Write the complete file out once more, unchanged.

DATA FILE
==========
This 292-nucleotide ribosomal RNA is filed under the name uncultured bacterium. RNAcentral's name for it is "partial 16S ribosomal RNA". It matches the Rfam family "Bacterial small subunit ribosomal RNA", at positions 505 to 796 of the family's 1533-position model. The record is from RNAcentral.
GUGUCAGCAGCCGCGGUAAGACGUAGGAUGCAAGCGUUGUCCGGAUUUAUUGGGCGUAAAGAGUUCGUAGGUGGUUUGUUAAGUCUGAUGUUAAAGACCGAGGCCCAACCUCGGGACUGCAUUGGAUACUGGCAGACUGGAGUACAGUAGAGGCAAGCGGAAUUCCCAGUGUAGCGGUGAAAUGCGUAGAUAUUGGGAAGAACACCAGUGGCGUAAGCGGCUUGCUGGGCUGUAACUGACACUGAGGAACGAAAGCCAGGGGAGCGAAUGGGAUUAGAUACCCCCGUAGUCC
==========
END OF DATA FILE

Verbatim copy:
This 292-nucleotide ribosomal RNA is filed under the name uncultured bacterium. RNAcentral's name for it is "partial 16S ribosomal RNA". It matches the Rfam family "Bacterial small subunit ribosomal RNA", at positions 505 to 796 of the family's 1533-position model. The record is from RNAcentral.
GUGUCAGCAGCCGCGGUAAGACGUAGGAUGCAAGCGUUGUCCGGAUUUAUUGGGCGUAAAGAGUUCGUAGGUGGUUUGUUAAGUCUGAUGUUAAAGACCGAGGCCCAACCUCGGGACUGCAUUGGAUACUGGCAGACUGGAGUACAGUAGAGGCAAGCGGAAUUCCCAGUGUAGCGGUGAAAUGCGUAGAUAUUGGGAAGAACACCAGUGGCGUAAGCGGCUUGCUGGGCUGUAACUGACACUGAGGAACGAAAGCCAGGGGAGCGAAUGGGAUUAGAUACCCCCGUAGUCC